Germany is the master of soft power

The perfection of soft power mechanisms will remain as the foundational rule of German European policy, writes political scientist Marek A. Cichocki

editor: Grzegorz Adamczyk
author: Marek A. Cichocki

When people became aware of how Germany’s role in Europe grew incomprehensibly during Angela Merkel’s rule, and how the 1990s balance of power between Paris, Berlin and London became history, many started to search for terms which could define Germany’s changing role.

Therefore, some called Germany an involuntary hegemon, an indispensable hegemon, a medium-scale hegemon or the hegemon of European responsibility, and so on.

The issue with all of these names was that they try to soften or camouflage what was the essence of Germany’s new role: German domination over the continent. Indeed, during Angela Merkel’s term, Germany became the master of soft power on the continent.

Germany expresses its influence owing to a strong presence in EU institutions, and due to mechanisms, which become the essence of European integration with Berlin’s participation. Such mechanisms include the euro currency, recent EU climate-energy policy and legally sanctioned — although outside of treaties — all sorts of conditions for the redistribution of EU funds.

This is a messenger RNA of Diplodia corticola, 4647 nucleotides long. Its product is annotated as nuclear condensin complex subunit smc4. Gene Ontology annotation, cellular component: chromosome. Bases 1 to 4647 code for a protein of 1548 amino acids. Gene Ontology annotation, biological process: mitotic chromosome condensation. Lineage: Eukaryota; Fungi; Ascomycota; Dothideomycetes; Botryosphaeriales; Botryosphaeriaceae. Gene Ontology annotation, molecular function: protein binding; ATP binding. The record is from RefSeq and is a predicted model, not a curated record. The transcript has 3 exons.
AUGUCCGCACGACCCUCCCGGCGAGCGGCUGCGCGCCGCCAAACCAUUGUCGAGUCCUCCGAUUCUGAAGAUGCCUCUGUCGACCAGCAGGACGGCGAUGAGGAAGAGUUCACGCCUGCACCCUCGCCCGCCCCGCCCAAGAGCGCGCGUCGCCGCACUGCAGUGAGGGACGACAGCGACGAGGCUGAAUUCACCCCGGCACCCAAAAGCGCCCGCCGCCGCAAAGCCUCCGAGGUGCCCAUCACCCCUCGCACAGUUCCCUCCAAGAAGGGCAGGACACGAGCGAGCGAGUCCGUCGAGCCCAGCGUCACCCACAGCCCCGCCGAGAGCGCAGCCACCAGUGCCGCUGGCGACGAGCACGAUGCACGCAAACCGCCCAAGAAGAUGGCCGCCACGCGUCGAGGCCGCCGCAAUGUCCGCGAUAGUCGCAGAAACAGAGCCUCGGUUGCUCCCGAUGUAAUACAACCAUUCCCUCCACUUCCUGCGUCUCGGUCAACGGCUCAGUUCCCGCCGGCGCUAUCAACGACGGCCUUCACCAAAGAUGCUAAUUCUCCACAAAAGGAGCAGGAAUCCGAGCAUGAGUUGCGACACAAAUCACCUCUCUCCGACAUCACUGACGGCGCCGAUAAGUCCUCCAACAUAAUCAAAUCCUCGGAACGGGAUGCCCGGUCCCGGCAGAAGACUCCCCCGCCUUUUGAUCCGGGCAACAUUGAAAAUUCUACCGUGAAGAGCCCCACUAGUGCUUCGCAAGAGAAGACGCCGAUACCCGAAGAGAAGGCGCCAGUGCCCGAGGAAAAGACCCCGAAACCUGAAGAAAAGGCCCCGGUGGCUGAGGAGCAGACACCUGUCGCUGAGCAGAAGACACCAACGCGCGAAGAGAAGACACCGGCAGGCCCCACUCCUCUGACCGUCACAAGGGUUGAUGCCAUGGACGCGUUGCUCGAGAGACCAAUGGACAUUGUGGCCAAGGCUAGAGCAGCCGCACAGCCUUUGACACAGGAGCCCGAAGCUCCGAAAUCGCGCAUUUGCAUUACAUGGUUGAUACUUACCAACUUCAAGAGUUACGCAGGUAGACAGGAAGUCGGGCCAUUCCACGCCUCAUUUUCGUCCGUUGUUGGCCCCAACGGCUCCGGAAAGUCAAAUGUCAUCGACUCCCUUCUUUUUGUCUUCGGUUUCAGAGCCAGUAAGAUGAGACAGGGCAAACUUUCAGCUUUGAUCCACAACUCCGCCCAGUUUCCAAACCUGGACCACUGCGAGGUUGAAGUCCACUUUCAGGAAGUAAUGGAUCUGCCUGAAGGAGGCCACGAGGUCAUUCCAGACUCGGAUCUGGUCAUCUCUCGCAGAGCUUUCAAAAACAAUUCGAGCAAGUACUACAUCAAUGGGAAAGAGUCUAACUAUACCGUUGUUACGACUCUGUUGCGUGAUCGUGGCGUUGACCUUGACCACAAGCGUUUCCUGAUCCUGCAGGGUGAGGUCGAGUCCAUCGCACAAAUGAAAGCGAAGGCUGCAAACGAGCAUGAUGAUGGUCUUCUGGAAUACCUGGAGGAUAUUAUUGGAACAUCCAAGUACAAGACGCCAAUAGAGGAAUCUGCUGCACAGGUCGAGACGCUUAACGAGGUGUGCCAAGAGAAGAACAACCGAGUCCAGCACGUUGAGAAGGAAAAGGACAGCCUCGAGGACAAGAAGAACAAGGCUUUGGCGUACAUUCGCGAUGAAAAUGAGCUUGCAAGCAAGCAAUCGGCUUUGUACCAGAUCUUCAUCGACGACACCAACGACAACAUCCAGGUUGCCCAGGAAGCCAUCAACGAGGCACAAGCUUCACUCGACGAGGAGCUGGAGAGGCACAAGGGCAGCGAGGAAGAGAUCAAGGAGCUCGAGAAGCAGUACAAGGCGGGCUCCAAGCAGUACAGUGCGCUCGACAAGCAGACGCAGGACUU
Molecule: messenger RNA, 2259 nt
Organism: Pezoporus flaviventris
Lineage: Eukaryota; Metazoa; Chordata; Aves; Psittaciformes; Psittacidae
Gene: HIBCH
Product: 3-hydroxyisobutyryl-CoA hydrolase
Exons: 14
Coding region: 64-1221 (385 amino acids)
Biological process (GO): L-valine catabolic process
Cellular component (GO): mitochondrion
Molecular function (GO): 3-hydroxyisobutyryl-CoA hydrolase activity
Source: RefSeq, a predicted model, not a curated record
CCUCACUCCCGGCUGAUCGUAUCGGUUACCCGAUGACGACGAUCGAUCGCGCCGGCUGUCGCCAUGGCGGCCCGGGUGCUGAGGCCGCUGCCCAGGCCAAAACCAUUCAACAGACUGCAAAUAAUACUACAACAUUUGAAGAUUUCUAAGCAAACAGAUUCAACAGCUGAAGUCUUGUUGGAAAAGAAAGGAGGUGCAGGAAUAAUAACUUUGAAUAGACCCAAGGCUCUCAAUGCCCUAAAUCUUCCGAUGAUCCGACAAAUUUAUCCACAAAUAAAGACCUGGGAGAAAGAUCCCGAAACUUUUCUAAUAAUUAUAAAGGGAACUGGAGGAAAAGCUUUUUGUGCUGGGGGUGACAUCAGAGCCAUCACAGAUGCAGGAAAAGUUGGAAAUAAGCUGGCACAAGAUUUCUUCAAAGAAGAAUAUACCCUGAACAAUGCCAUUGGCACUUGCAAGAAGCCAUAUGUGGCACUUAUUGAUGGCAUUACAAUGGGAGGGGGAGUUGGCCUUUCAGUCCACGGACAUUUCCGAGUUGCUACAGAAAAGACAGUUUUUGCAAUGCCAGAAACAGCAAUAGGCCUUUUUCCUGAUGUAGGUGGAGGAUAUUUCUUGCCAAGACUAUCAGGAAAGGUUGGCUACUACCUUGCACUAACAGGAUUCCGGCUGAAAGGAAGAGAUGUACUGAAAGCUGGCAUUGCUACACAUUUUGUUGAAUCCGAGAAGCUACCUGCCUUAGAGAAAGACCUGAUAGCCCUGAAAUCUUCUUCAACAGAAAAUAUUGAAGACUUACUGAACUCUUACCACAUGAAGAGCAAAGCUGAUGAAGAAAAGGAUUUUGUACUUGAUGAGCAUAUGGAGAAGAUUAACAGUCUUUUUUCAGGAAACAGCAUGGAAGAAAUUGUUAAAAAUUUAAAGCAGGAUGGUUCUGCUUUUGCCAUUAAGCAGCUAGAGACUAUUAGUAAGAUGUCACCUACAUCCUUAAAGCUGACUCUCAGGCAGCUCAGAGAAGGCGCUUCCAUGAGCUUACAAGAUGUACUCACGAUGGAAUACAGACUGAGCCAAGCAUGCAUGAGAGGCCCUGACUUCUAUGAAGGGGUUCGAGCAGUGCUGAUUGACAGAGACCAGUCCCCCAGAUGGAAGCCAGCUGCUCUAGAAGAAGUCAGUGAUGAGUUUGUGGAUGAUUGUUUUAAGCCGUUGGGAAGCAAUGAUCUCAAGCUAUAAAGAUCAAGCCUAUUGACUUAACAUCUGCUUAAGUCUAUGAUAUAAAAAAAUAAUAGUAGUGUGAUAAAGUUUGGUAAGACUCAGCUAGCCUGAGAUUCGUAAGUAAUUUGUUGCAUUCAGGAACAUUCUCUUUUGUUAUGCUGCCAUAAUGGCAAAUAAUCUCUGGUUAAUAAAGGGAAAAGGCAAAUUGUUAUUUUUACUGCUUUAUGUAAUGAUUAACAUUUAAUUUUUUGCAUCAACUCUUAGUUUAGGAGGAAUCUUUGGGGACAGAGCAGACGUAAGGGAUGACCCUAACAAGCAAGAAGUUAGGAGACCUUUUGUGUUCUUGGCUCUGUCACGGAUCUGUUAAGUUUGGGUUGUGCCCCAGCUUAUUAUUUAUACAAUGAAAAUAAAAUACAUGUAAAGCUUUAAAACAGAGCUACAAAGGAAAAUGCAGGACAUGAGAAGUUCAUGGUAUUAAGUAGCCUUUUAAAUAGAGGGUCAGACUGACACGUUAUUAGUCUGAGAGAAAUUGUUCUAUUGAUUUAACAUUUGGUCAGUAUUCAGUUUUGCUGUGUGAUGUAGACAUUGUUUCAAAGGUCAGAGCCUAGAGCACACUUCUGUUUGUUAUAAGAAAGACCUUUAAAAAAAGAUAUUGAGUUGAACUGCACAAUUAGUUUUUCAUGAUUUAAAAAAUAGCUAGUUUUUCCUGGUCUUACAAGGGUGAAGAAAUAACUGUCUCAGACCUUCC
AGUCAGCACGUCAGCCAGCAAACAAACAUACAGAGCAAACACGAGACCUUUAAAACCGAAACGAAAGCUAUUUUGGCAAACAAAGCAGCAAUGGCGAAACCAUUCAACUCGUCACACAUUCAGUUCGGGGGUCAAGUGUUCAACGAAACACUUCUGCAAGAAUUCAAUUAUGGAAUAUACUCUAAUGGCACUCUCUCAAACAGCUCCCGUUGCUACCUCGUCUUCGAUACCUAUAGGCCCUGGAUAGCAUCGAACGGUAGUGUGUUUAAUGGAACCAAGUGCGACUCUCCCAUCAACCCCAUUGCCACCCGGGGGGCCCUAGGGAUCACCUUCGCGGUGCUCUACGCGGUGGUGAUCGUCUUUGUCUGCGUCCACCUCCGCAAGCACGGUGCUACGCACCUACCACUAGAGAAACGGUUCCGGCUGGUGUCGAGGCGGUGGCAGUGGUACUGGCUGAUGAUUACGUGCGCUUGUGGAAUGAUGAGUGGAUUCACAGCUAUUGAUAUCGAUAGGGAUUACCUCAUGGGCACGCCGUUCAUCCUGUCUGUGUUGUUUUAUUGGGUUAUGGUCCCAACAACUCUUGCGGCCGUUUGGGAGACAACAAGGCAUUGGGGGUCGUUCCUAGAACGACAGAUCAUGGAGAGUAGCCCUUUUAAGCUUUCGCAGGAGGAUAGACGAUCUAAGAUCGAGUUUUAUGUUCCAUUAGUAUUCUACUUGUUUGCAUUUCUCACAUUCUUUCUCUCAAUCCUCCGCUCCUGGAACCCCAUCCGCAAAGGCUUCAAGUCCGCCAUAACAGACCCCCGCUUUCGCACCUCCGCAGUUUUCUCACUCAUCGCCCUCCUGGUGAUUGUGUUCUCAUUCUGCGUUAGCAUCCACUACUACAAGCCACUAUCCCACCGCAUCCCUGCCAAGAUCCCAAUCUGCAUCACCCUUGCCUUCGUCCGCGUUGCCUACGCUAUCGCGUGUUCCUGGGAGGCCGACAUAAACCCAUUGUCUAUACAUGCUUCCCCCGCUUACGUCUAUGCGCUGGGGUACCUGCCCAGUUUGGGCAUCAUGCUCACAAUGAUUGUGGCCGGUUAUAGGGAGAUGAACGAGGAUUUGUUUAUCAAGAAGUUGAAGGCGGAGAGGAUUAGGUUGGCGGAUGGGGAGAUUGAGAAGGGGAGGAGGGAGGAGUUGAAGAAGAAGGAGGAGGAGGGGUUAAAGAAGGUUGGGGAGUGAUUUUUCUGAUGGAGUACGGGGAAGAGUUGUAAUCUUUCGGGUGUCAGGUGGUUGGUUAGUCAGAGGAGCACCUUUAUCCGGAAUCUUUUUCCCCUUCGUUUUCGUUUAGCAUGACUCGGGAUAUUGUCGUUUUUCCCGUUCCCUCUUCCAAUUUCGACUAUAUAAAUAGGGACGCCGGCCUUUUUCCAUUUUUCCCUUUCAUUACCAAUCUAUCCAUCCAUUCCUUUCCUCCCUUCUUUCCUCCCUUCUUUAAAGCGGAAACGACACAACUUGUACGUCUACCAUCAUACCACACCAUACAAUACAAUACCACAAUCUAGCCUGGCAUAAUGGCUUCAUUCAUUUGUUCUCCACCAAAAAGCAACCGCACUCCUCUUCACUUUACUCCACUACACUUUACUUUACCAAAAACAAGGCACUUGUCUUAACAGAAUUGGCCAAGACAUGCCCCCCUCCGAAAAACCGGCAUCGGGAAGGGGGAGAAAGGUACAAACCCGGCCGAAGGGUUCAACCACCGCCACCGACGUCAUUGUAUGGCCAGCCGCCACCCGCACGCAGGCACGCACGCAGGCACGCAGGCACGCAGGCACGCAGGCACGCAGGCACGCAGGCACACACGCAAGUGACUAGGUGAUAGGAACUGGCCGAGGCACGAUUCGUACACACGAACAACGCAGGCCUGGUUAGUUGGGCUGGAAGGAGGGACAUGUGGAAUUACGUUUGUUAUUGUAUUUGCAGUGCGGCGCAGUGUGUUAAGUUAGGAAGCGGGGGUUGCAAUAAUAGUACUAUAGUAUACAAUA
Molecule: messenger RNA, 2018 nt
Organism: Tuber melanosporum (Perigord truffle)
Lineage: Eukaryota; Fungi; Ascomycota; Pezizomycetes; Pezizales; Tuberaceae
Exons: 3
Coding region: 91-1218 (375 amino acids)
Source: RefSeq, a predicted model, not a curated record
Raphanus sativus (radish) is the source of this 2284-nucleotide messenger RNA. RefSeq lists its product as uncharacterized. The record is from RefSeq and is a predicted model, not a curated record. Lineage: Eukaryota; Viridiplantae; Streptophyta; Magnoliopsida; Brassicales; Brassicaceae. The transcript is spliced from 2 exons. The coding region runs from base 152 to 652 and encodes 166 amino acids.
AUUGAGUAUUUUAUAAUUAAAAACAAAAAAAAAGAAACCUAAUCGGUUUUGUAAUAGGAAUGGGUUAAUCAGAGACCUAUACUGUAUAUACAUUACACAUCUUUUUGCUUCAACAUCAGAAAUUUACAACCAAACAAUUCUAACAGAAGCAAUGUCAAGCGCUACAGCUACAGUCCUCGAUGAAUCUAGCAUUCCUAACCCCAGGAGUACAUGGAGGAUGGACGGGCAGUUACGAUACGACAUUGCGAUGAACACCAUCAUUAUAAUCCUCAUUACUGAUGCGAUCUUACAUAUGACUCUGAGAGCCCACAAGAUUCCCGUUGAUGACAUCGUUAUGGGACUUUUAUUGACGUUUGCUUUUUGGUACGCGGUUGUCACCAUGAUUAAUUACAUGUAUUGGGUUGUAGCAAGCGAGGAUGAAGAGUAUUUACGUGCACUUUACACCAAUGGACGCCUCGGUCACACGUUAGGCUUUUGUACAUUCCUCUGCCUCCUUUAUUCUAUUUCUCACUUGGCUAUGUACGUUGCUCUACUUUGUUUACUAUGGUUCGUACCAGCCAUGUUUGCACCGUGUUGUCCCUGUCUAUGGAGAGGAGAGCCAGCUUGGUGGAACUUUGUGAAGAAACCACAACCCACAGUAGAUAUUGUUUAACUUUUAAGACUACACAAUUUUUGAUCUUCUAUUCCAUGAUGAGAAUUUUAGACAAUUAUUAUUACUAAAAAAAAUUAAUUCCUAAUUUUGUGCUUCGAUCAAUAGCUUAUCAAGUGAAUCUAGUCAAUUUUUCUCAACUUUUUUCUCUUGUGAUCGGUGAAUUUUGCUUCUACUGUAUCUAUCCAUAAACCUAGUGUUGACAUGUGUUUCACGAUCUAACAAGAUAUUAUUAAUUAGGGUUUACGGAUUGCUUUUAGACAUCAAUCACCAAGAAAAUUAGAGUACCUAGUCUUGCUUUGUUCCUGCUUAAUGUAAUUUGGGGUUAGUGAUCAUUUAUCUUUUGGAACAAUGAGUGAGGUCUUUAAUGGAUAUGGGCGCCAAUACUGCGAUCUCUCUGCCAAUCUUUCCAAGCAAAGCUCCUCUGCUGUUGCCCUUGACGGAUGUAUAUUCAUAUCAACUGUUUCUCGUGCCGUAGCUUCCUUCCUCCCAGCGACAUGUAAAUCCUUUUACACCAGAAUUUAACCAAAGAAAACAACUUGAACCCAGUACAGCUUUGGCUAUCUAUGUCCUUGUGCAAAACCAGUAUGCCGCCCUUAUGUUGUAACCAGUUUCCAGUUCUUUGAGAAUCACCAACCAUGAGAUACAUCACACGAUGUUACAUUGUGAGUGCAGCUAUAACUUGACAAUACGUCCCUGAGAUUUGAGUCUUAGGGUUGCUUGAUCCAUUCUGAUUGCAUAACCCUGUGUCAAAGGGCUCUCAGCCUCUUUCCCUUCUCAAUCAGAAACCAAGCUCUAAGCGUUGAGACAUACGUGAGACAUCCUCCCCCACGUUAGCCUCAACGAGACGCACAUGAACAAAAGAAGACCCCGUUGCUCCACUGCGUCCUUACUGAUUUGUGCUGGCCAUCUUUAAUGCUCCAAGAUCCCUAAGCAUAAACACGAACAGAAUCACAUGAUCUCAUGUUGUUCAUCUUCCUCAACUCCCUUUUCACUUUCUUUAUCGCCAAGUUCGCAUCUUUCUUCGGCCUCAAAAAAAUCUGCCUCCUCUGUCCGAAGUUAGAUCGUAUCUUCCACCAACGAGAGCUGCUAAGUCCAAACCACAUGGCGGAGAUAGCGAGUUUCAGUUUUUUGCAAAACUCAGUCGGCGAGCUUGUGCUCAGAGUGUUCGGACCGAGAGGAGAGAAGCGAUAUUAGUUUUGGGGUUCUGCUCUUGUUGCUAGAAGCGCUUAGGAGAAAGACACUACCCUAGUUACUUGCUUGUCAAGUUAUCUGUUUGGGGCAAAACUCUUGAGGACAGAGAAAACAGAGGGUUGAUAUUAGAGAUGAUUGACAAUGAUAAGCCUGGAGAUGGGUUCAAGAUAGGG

In light of this masterful concealment of influence, Nord Stream 2 continues to be a certain kind of mystery.

In this matter, Berlin decided to undertake quite open — and perhaps even shameless — actions by deciding that it did not need to hide its intentions. The ostentatious overtness and determination in completing the German-Russian gas project can be explained with Berlin wanting to clearly show that eastern policy in Europe is solely Germany’s domain.

This lesson of political brutality will remain with us and will be well-remembered. Nevertheless, it seems that the perfection of soft power mechanisms will remain as the foundational rule of German European policy (and also that of the new German government).

Even the broadly-commented on in Poland article in the new German coalition agreement about the German government’s desire to federalize Europe does not mean in practice that now Berlin will hold hands with Paris and announce the creation of a new European federation.

Instead, Germany will most likely aim to strengthen the mechanisms of its soft power even further.

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